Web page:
November 25, 2013 The Wildlife Society News
By Danica Zupic
Aerial view of a Louisiana Wetland (Credit: Ryan Hagerty / USFWS )
The most recent report to Congress on the Nation’s coastal wetlands was released on November 21, 2013. The U.S. Fish and Wildlife Service (FWS) and National Oceanic and Atmospheric Administration Fisheries Habitat Program (NOAA) updated and expanded data on wetlands in coastal watersheds for conservation planning efforts in Status and Trends of Wetlands in the Coastal Watersheds of the Conterminous United States 2004 to 2009. NOAA and FWS analyzed the status and trends of wetland data in conjunction with principal Federal agencies and funding from the Environmental Protection Agency, and concluded that the U.S. is losing wetlands at a “significant rate”.
According to the report wetlands in coastal watersheds (Atlantic, Gulf of Mexico, and Great Lakes specifically) comprise 37.3 percent of the wetlands in the contiguous U.S.s. The major report finding was that the annual rate of wetland loss in these watersheds was 80,160 acres between 2004 and 2009, a 25 percent increase from the 1998 to 2004 rate. A net loss of 360,720 acres (95,000 acres of saltwater wetlands and 265,720 acres of freshwater wetlands) occurred over this time period.
Although this study did not assess wetland conditions, the impacts of continued vegetated wetland loss attributed to human causes in this study are concerning. For wildlife, these losses are of critical importance as coastal wetlands are important habitat for 75% of the Nation’s waterfowl and other migratory birds, and nearly 50% of the Nation’s endangered and threatened species.
By STEVE KARNOWSKI
Associated Press November 14, 2013
Climate change threatens the big game animals that call Minnesota home — from moose to deer to bears — and the state needs to plan for how protect those species and the outdoor recreation economy that depends on them, conservation groups warned Thursday. The National Wildlife Federation has released a report titled “Nowhere to Run: Big Game Wildlife in a Warming World,” which examines how “climate change is already having significant impacts on big game and their habitats” across the country due to higher temperatures, droughts, more frequent wildfires and other factors.
”Moose are the poster child of climate change and Minnesota is demonstrating that,” the study’s author, Doug Inkley, senior scientist with the federation, told The Associated Press. Continue reading
By Associated Press
Published 11:01am Tuesday, November 12, 2013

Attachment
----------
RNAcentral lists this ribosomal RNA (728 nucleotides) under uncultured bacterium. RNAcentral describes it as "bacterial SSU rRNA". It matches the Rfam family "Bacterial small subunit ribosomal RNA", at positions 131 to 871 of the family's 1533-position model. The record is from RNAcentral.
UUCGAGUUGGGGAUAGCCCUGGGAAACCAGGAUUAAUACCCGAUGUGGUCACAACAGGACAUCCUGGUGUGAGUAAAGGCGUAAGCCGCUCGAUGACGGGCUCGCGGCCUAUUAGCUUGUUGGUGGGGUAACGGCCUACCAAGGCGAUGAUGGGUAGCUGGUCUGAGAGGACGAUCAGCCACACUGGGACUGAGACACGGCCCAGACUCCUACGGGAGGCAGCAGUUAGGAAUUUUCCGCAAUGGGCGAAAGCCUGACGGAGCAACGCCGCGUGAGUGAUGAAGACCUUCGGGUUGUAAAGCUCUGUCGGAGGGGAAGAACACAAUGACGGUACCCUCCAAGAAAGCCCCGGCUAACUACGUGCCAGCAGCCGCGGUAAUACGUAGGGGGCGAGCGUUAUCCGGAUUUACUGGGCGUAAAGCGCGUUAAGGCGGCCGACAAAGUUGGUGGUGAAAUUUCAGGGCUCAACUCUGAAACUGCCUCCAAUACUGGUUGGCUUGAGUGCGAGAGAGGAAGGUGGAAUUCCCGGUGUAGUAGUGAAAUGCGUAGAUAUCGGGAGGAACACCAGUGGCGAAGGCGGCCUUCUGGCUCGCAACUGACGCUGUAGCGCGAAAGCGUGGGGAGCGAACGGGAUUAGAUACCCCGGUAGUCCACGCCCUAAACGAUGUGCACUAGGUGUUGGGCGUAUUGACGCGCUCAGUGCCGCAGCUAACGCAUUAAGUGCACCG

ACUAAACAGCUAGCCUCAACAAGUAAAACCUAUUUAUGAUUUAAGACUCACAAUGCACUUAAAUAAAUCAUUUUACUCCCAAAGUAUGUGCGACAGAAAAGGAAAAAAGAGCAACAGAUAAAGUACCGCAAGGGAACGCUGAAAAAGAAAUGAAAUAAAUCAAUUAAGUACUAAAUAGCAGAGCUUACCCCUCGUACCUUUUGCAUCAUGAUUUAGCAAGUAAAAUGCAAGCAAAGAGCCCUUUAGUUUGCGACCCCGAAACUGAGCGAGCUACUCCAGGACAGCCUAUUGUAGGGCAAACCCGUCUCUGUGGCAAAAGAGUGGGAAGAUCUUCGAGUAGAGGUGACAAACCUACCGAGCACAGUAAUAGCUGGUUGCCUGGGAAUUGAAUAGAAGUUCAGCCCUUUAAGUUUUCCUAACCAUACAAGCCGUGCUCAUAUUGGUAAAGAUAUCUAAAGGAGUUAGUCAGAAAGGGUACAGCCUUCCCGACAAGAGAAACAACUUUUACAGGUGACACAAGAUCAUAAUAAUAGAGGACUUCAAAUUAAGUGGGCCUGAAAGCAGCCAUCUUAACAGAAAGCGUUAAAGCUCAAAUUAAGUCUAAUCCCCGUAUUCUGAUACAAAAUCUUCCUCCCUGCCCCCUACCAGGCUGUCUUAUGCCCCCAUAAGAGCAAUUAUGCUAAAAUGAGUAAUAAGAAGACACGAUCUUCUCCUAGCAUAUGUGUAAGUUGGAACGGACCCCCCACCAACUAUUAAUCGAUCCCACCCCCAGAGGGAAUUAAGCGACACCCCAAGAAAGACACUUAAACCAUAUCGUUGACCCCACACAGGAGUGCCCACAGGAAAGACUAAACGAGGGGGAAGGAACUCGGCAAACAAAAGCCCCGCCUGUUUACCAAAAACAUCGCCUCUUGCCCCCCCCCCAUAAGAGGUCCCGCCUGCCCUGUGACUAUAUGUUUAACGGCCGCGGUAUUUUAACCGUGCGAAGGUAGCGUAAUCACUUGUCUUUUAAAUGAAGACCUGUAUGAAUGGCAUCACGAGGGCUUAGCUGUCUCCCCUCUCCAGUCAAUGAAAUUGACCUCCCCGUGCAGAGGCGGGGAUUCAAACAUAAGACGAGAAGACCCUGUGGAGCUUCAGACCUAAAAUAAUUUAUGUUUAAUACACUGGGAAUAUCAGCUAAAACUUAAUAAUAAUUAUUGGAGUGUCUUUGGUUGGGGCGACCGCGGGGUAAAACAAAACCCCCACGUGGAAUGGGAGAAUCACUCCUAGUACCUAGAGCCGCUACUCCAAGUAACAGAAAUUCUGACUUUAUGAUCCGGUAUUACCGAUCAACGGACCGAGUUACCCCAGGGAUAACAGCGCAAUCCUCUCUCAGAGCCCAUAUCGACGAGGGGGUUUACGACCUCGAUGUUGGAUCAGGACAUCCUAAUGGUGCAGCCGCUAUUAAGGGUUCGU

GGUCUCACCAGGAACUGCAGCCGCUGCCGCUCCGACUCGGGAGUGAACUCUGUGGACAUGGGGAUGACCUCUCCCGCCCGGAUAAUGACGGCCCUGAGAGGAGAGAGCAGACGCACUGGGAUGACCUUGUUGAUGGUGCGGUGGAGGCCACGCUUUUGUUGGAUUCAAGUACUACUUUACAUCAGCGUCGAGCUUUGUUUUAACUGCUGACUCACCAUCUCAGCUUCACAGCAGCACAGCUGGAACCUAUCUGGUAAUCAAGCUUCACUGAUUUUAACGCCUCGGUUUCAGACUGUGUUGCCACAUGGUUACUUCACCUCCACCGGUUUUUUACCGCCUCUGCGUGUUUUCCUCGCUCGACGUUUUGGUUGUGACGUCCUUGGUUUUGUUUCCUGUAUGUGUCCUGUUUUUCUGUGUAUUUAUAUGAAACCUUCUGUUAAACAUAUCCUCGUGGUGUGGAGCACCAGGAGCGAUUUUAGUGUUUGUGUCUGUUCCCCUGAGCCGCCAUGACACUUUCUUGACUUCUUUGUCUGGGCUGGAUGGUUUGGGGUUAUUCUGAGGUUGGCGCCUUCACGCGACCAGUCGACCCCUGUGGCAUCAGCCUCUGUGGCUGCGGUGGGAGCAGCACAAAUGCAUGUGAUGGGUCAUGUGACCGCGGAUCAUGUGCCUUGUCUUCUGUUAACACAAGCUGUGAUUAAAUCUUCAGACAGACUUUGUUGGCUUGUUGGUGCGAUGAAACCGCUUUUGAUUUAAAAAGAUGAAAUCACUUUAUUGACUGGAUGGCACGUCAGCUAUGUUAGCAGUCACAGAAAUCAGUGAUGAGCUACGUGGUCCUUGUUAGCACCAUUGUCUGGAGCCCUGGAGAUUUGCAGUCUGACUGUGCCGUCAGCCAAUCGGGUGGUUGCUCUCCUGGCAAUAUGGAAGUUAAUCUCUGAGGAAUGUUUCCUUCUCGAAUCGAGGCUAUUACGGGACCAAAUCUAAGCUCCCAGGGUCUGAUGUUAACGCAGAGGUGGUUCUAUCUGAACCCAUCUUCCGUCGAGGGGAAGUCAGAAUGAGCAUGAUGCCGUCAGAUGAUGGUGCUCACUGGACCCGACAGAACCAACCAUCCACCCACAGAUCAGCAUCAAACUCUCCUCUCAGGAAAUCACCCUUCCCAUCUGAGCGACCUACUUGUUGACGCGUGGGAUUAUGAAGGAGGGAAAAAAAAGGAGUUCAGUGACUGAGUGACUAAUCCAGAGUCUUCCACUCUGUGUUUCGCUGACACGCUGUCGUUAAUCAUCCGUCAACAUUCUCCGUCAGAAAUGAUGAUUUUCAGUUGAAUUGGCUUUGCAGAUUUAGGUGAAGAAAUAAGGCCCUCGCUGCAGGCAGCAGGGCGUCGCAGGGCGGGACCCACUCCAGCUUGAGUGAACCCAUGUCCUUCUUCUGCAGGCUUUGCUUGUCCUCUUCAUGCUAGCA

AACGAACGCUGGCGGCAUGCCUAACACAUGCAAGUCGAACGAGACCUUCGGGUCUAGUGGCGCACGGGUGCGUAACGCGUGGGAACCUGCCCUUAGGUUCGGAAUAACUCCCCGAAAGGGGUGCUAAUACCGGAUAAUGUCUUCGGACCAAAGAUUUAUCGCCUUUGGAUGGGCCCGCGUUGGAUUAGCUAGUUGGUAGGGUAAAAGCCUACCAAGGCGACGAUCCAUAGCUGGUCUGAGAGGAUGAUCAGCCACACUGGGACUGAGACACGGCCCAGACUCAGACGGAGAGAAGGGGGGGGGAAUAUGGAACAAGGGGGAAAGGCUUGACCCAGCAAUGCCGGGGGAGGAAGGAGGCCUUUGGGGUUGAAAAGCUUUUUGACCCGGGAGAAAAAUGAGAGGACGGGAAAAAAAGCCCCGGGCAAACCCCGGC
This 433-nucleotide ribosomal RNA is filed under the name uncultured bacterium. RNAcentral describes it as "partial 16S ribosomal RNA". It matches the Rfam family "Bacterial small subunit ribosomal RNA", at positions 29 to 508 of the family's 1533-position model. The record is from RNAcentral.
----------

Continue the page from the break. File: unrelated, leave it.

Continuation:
Ethanol causing problems across the Midwest
Editor’s note: This is the original report from the Associated Press’ investigation into ethanol’s impact on the Midwest..colleagues
By Dina Cappiello and Matt Apuzzo
CORYDON, Iowa — The hills of southern Iowa bear the scars of America’s push for green energy: The brown gashes where rain has washed away the soil. The polluted streams that dump fertilizer into the water supply.
Even the cemetery that disappeared like an apparition into a cornfield.
It wasn’t supposed to be this way.
With the Iowa political caucuses on the horizon in 2007, presidential candidate Barack Obama made homegrown corn a centerpiece of his plan to slow global warming. And when President George W. Bush signed a law that year requiring oil companies to add billions of gallons of ethanol to their gasoline each year, Bush predicted it would make the country “stronger, cleaner and more secure.”
But the ethanol era has proven far more damaging to the environment than politicians promised and much worse than the government admits today. Continue reading
Sharpshooters help keep deer disease in check
By Paul A. Smith of the Journal Sentinel
Nov. 6, 2013
Efforts in Illinois to control the prevalence of chronic wasting disease in wild deer have succeeded while rates of the disease have soared in Wisconsin, according to a study by veterinary researchers.
The difference: Targeted sharpshooting in Illinois areas with CWD-positive deer. Continue reading
By Dan Egan of the Journal Sentinel
Nov. 5, 2013
For the first time, Asian carp DNA has turned up in Wisconsin’s Lake Michigan waters, the state Department of Natural Resources reported Tuesday.
The single positive water sample for the jumping silver carp was taken May 31 in Sturgeon Bay near Door County’s Potawatomi State Park. Continue reading